Factor waste management into devt of coastal areas, veep urges African countries

BY: Donald Ato Dapatem
Invited guests and participants at the opening ceremony. Inset: Mr Kweku Ofori Asiamah, Minister of Transport, delivering the keynote address Picture: BENEDICT OBUOBI
Invited guests and participants at the opening ceremony. Inset: Mr Kweku Ofori Asiamah, Minister of Transport, delivering the keynote address Picture: BENEDICT OBUOBI

The Vice-President, Dr Mahamudu Bawumia, has called on African countries to put in place mechanisms to make waste management an integral part of the development of coastal areas to save marine life from the increasing and devastating threat of pollution.

He said the key challenge facing the maritime industry was pollution, as it was estimated that about eight million tonnes of plastic was dumped into the water annually, adding that if the rate was not stemmed, there would be more plastics in the sea than aquatic life by 2050.

The Vice-President made the call in a speech read on his behalf by the Minister of Transport, Mr Kweku Ofori Asiamah, at the opening of the Sixth Women’s International Shipping and Trading Association (WISTA) Africa Region Conference in Accra yesterday.

The conference, on the theme: “The role of women in harnessing the potential of Africa’s blue economy”, attracted participants from across Africa.

Dr Bawumia said national, regional and continental strategies must take into consideration the environmental dimensions of the blue economy, so that together they could preserve the ecosystem.

He stated that Africa had an opportunity to build a more resilient economy by addressing pressing issues of maritime safety, security, pollution and ocean governance in general and that those could be achieved through collaborative efforts, information sharing and the building of cooperative ventures to have control over ownership of their marine resources.


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On women’s role in harnessing the potential of the continent’s blue economy, Dr Bawumia said the need to advance the role of women in maritime activities in recent years had generated a lot of interest because women formed a significant proportion of the population of the continent and that their role in any development effort could not be ignored.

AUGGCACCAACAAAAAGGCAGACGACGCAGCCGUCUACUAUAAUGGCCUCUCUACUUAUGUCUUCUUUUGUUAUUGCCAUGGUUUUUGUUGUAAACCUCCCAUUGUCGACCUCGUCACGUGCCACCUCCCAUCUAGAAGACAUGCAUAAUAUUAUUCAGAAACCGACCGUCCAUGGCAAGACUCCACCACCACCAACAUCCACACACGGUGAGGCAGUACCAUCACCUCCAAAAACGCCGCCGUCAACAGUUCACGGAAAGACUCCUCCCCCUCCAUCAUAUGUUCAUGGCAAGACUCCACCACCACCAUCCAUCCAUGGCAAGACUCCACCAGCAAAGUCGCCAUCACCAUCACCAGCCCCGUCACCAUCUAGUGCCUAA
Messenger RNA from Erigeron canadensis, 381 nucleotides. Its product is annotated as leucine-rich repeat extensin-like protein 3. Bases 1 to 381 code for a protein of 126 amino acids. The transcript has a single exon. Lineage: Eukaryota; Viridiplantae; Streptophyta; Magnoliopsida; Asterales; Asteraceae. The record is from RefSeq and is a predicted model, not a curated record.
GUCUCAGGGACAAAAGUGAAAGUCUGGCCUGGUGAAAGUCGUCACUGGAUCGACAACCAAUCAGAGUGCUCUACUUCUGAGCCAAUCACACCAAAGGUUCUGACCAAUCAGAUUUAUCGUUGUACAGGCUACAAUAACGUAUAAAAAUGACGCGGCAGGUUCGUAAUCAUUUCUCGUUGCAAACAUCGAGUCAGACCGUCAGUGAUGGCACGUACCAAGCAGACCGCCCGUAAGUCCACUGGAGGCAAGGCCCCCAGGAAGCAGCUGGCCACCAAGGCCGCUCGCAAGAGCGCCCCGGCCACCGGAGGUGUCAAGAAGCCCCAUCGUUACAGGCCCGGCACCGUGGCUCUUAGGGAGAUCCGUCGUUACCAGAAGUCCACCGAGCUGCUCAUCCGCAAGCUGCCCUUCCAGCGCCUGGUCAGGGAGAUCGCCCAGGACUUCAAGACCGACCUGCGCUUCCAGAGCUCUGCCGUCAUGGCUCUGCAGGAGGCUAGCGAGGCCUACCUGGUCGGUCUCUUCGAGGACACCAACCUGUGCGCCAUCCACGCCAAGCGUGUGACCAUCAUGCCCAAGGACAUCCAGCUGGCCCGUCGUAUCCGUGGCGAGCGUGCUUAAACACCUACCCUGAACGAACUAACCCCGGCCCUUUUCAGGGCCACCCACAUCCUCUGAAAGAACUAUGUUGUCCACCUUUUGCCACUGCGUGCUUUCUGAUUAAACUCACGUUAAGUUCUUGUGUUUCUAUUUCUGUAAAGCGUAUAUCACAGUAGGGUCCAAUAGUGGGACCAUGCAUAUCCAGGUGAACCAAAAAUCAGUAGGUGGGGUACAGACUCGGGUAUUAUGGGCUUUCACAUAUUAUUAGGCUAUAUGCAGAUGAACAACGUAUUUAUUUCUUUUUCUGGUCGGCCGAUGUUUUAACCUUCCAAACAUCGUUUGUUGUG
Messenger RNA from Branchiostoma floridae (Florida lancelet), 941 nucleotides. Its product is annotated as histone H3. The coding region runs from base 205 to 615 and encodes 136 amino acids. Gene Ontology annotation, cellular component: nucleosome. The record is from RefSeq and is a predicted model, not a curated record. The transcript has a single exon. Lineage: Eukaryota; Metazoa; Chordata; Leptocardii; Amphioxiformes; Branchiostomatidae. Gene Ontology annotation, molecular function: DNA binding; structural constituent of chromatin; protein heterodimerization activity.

He said it was estimated that only two per cent of the maritime workforce were women, a situation he described as unacceptable and noted that it was high time such statistics were changed through enhancement of the opportunities for women’s participation in the sector.

He said for years seafaring remained the preserve of men, which created significant mindset barriers to the participation of women, adding that there was no excuse to continuously push women into the minority role in the sector.

Dr Bawumia said for its part, the government had been making deliberate efforts to position women in high offices in the sector to correct the decades of domination by men and that for the first time in the history of Ghana the Director of Ports, the Director General and the Board Chairperson of the Ghana Shippers Council were all women.

He urged the conference to consider the important role it could play in the full implementation of the African Charter on Maritime Security, Safety and Development, pointing out that the charter was aimed at fostering cooperation to secure Africa’s maritime space for the common good of the people of the continent.


In the area of business, the Vice-President said the government had put in place measures to facilitate the ease of doing business, especially in the sector, and named them to include the single window system under the WTO trade facilitation agreement which Ghana had ratified, reducing human interference and turnaround time.

He said the new terminal at the Tema Port, which was 50 per cent automated, would be the biggest and most efficient within West Africa.


The President of WISTA Ghana, Mrs Jemilat Jawulaa, in her remarks, said creating a community of experienced women in maritime occupation needed to take place at several levels and in various sectors of the industry, adding, however that that should not occur at the expense of seafaring experience, maritime education and training.

She called for changes in infrastructure that would ensure women’s physical security on board ships, such as changing and sleeping facilities, separate toilets and access to personal hygienic products.


The Secretary General of the International Maritime Organisation (IMO), Mr Kitack Lim, who also addressed the conference, said since the inclusion of women in the activities of the IMO, it had benefited from their rich and experienced contributions, insights and knowledge that had enriched its work.

He said the IMO was working at ensuring the safety of the oceans and a reduction in environmental pollution, adding that it was also looking at the introduction of new technology which would reduce the use of human strength in the industry.